Dry bulk density values of the shallow subsurface in this study (mean = 0.81 g cm−3, Figure 6D) are considerably higher than those reported for other Indo-Pacific mangrove soils (mean = 0.44 g cm−3, [29]), reflecting the preponderance of relatively dense mineral matter and the scarcity of organic matter in the SMF soil profile (Figure 6A–C). High soil bulk density may facilitate the maintenance of surface elevation as clastic sediments are less compressible than organic matter and therefore incur less compaction-induced subsidence with burial [68,69]. Direct observational compaction data is sparse, but it is widely thought that most compaction in wetland soils occurs in the upper 1–2 m of the soil profile (e.g., [70,71]), as measured here with SSET’s and core data. With regard to compositional differences, numerical forward models suggest that stratigraphic profiles containing mainly peat compact and subside much more readily than those composed exclusively of silts and sands [72]. Large differences in bulk density within stratigraphic components (e.g., sand overlying peat) were also found to accelerate rates of compaction and subsidence [72]. This does not apply to the SMF system, given its generally homogeneous sediment character (Figure 7), but may be relevant to oceanic mangrove settings, where organic-rich peat is periodically blanketed with offshore sediments delivered by large storm events (e.g., [73]).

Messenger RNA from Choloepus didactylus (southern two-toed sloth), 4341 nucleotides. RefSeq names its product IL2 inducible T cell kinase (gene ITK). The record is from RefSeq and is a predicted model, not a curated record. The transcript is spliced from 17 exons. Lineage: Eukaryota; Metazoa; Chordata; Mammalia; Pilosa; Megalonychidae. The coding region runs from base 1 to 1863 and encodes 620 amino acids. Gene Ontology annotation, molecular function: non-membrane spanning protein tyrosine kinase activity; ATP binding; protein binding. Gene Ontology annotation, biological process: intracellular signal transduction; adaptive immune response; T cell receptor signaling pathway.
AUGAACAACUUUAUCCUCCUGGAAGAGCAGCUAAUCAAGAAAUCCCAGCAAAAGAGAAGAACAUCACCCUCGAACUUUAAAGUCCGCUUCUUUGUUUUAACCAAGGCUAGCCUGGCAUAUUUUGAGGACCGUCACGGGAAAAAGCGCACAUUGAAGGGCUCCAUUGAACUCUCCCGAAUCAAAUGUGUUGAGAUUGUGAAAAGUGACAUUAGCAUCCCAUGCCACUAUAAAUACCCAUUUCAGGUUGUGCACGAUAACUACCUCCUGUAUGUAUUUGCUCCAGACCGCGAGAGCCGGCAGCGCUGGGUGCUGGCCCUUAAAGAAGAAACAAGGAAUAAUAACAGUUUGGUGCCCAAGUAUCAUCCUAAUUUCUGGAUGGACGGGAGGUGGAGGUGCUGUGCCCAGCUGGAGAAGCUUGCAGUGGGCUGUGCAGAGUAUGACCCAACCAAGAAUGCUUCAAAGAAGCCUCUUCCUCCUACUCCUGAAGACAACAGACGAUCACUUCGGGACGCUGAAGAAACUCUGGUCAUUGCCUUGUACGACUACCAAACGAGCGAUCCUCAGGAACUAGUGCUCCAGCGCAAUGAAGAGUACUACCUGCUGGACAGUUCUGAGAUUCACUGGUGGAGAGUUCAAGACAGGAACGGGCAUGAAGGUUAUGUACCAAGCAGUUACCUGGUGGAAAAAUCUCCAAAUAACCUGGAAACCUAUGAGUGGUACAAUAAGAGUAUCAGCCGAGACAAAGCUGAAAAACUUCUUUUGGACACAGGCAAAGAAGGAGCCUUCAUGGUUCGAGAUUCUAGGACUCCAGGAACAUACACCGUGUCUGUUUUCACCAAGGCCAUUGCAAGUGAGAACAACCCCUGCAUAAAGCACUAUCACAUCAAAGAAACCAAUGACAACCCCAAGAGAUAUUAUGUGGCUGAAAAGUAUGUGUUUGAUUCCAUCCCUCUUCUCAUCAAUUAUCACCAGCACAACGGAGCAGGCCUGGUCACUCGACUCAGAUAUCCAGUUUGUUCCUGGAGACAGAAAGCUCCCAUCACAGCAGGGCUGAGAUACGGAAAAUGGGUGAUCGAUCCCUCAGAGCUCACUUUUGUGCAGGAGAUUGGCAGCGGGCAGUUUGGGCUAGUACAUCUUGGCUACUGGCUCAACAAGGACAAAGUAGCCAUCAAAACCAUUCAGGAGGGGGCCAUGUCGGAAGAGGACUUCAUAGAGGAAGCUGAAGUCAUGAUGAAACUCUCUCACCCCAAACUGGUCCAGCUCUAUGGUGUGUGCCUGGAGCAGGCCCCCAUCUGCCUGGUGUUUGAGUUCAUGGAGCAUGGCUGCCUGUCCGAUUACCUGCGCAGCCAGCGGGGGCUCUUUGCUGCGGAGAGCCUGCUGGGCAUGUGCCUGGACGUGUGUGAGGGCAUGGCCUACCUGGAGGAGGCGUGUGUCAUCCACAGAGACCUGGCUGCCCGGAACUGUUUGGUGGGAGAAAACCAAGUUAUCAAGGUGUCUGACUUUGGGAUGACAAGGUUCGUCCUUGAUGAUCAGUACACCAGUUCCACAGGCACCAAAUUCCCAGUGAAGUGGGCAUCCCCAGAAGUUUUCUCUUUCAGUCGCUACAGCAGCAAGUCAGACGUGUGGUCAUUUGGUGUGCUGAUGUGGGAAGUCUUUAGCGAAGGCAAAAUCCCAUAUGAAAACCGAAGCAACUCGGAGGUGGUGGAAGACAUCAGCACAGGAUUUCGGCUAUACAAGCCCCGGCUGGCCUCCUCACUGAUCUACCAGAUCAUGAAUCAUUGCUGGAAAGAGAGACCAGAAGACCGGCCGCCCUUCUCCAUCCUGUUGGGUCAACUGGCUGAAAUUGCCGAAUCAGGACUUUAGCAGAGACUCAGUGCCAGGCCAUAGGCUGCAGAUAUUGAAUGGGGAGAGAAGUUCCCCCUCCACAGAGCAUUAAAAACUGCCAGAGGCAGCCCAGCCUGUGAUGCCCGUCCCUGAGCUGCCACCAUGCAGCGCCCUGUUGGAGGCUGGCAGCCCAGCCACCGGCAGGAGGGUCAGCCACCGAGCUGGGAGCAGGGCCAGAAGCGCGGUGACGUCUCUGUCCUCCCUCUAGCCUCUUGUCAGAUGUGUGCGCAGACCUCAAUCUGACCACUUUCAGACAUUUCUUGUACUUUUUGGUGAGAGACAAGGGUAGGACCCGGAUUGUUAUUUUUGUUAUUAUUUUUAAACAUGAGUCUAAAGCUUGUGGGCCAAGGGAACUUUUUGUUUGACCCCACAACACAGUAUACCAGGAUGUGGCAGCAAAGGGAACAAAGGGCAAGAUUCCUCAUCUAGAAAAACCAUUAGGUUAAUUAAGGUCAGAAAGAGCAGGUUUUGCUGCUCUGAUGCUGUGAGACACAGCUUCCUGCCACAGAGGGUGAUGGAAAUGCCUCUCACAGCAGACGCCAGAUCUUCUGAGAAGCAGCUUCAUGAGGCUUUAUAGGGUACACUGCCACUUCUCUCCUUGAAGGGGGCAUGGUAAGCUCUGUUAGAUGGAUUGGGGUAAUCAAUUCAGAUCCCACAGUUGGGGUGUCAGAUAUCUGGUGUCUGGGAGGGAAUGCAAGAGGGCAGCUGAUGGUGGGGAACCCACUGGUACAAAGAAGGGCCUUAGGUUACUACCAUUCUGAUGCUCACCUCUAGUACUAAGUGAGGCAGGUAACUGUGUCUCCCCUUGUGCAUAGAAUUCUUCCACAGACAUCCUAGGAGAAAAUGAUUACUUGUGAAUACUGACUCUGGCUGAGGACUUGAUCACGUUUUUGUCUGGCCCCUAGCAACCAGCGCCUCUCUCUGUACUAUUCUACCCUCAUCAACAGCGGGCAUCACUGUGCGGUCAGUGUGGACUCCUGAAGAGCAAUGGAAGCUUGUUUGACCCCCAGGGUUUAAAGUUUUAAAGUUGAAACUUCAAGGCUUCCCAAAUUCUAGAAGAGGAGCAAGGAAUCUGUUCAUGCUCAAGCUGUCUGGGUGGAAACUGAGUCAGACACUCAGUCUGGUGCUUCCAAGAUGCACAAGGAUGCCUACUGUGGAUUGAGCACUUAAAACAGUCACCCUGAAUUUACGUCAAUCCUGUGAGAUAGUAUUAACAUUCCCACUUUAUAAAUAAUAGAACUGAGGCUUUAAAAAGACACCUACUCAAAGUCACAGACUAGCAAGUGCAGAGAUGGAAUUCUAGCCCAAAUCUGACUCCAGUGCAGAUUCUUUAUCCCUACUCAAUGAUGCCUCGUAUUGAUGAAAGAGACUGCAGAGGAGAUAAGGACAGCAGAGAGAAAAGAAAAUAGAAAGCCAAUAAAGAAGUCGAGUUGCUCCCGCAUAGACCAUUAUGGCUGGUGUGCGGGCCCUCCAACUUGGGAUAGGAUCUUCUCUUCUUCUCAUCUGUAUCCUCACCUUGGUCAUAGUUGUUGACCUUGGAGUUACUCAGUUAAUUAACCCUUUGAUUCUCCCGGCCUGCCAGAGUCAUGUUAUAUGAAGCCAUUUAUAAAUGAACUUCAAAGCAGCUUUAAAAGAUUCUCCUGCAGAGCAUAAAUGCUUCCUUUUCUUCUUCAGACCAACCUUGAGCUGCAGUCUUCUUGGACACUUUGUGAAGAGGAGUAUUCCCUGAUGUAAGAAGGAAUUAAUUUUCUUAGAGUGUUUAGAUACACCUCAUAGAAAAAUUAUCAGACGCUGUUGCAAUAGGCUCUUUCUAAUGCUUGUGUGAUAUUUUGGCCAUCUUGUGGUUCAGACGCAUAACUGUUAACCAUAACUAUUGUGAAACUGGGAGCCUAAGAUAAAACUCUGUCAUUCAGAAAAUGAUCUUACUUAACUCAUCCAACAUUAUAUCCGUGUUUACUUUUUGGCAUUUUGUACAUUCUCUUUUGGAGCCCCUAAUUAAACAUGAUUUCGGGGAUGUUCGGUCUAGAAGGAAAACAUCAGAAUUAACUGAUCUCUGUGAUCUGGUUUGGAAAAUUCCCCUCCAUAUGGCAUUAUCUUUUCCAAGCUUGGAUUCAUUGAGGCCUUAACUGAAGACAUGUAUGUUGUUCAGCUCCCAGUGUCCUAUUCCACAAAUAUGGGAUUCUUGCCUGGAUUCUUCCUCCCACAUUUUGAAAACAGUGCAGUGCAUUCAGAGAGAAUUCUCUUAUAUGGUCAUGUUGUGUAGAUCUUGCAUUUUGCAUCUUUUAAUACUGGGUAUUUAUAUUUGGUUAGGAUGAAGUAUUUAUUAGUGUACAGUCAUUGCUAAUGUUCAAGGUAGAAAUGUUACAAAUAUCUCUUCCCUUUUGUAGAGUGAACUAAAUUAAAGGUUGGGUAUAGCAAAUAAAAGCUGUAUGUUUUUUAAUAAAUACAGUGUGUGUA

While the subsurface parameters investigated in this study (e.g., pore-water content, redox potential, sediment texture) influence shallow surface elevation change (Figure 8), it should be acknowledged that surficial processes (e.g., sediment deposition) could exert a large control on the elevation dynamics of the SMF system. A recent study by [20] quantified the sediment accretion in this region to be 2.97 ± 0.29 cm year−1. Comparisons between those data and the rate of shallow surface elevation change determined here (mean = 2.42 ± 0.26 cm year−1, Figure 3, Table 1) indicate that ~80% of the shallow elevation dynamics is explained by sediment deposition. Therefore, while pore-water content, redox potential, and sediment texture influence shallow surface elevation change in the SMF system, sediment deposition exerts an overall larger control on the elevation dynamics. This supports that surficial processes generally govern elevation change in sediment-rich, alluvial mangrove environments while subsurface processes appear to play a more prominent role in sediment-deficient, oceanic mangrove systems (e.g., [6,66,67]). Research initiatives aimed at identifying belowground influences on surface elevation change in alluvial mangrove forests are nonetheless important due to site-specific differences that could exist both at regional and global scales.

5.2. Carbon Sequestration Capacity of the SMF